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Marshaling His Forces for the Future

Hugh O'Brian may have made his name playing TV's Wyatt Earp. But his real legacy is his leadership foundation for teenagers.


In the summer of 1958, actor Hugh O'Brian received the invitation that would change his life.

O'Brian, then 33, was in Winnipeg, Manitoba, parlaying his fame as television's legendary Wyatt Earp into extra income by guest-starring with a circus.

Then the cable arrived from French Equatorial Africa: Dr. Albert Schweitzer would welcome him at any time.

O'Brian had long admired the German doctor-missionary-theologian-musician. "I'd read so much about him," he reflects. "He was a great humanitarian who could have done anything he wanted in the world, and there he was in the middle of Africa taking care of people."

O'Brian had mentioned that to his friend Norman Cousins, then editor of Saturday Review, who set the trip in motion. Still, the cable, seeming more a summons than an invitation, was a complete surprise.

On summer hiatus from shooting "The Life and Legend of Wyatt Earp," O'Brian shuffled his schedule. Within two weeks he was on his way--by commercial airliner, bush plane and rowboat--to the famed hospital that Schweitzer had founded in 1913 on the banks of the Ogooue River in Lambarene.

There he was met by a very old man with a walrus mustache, wearing white pants, shirt and pith helmet. "That was his uniform," says O'Brian, recalling his first sighting of Schweitzer. "He introduced himself and I was given a little room with a cot, kerosene lamp and mosquito netting. Everybody pumped their own water."

The actor spent nine days at the clinic complex where Schweitzer and volunteer doctors and nurses, working without electricity or running water, cared for patients, including many with leprosy.

Before dinner the first night, Schweitzer, a renowned organist, sat down at an old piano with missing keys. "We had a Bach prelude in the jungle, which was mind-boggling," O'Brian recalls. "Then I was seated at a roughhewn table with men and women from around the world who were donating months of their lives."

Each day of his stay, O'Brian worked as a volunteer, passing out medicine and doing odd jobs. At night, he would talk with Schweitzer. "He invited me to his quarters--the same single cot and mosquito netting--and started talking," O'Brian says. "He could communicate in four languages, but preferred to speak German through a translator."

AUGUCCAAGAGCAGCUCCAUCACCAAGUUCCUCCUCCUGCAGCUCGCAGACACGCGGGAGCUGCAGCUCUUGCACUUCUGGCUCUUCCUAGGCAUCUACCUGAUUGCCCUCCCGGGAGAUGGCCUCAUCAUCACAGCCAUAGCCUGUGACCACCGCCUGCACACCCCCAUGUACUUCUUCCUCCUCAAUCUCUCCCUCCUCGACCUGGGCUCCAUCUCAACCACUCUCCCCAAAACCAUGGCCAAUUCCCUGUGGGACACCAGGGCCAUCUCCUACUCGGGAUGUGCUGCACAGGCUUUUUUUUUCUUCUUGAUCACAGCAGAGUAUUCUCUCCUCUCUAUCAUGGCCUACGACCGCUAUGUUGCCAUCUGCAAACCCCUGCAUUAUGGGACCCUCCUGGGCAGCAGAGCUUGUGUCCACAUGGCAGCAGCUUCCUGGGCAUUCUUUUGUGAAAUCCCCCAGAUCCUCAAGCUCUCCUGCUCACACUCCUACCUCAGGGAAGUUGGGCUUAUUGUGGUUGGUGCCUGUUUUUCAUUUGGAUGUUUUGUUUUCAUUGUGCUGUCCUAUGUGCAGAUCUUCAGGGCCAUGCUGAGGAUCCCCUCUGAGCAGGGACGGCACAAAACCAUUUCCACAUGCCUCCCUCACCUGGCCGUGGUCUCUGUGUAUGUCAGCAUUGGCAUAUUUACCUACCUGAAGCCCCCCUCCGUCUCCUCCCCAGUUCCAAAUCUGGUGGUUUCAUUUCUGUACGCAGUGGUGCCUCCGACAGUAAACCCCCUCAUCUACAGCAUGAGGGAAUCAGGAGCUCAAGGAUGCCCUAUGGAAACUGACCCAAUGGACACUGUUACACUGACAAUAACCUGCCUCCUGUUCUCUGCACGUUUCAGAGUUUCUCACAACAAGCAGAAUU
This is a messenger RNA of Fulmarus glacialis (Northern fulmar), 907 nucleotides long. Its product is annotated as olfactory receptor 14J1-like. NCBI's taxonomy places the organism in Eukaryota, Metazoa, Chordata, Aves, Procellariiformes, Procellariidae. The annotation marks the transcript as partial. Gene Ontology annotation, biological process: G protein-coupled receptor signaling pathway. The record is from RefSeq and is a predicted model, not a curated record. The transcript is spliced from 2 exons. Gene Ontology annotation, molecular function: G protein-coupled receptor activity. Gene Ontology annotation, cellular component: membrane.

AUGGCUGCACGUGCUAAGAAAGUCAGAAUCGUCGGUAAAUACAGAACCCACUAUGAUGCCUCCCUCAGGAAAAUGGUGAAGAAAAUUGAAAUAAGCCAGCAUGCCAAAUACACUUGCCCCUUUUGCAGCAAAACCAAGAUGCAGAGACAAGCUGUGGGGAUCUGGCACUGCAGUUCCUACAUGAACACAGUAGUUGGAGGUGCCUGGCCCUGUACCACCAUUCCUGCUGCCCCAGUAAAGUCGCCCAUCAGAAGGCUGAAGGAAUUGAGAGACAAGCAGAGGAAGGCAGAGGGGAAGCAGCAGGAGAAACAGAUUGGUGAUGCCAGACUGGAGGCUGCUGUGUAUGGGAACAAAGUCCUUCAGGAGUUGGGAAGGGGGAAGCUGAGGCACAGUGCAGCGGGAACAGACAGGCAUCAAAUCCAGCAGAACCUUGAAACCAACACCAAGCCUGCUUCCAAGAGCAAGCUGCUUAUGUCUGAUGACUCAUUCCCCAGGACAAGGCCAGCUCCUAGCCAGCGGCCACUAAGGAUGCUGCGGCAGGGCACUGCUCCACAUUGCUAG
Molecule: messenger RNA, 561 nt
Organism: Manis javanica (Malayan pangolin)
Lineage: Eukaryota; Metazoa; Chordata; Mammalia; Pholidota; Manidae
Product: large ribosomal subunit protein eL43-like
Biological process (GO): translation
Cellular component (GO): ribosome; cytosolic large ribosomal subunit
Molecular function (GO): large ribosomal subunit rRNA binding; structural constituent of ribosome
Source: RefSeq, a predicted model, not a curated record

Schweitzer, then 83, who had received the 1952 Nobel Peace Prize for his efforts in behalf of the "Brotherhood of Nations," was concerned about global peace prospects and was impressed that the young American had taken the trouble to visit him. The doctor led the actor through history over those evenings. The League of Nations had failed, the United Nations seemed shaky and Schweitzer was convinced that the United States was the only country in the world with the ability to bring about peace.

"He said the United States must take a leadership role," O'Brian recounts, "or we are a lost civilization."

It was an unforgettable nine days. And, as O'Brian departed, Schweitzer took his hand and asked: "Hugh, what are you going to do with this?"

That question echoed in O'Brian's mind as he looked back at the doctor, his figure growing smaller as the boat rounded the last bend in the river. "That was very simple, but a helluva challenge," O'Brian says.

Traveling back to California, he had 48 hours to reflect:

"Why of all people in the world was I in show business? Why of all people in show business did I have one of the top five shows in the country? And why, of all the people in show business, did this happen that I was invited to come visit this man?

"I said, 'That's enough, God, I think I got the message.' I decided to create something out of my own efforts."


It is 10 a.m. on a 1996 May morning and 216 sophomores, each from a different Central California high school, have signed in at Mount St. Mary's College, a mountaintop complex of Spanish tile-roofed buildings perched serenely above Brentwood.

It is opening day of the regional Hugh O'Brian Youth Foundation seminar.

Two weeks after returning from his 1958 meeting with Schweitzer, O'Brian put together a makeshift seminar for young leaders. The program has since been refined and broadened, reaching about 14,000 students at 90 seminars each spring. HOBY now boasts more than 185,000 alumni.

Wearing new blue T-shirts with the gold motto ("Catch the HOBY Spirit"), tomorrow's leaders have assembled in the Little Theatre at Mount St. Mary's and, guided by an army of volunteer counselors, are learning the HOBY ropes.

They have seen a video of the "Hugh O'Brian Story," which explains how the actor launched a program in 1958 to develop leadership potential by offering motivational workshops to high school sophomores, teaching them to think for themselves and learn what makes America tick.

Now, Andy LeMay, a 10-year HOBY volunteer speaks to them: "You will be told over and over again that you're special, and you are. You're going to get turned on to things you never thought possible. And when you leave you will have a group of friends anyplace you go."

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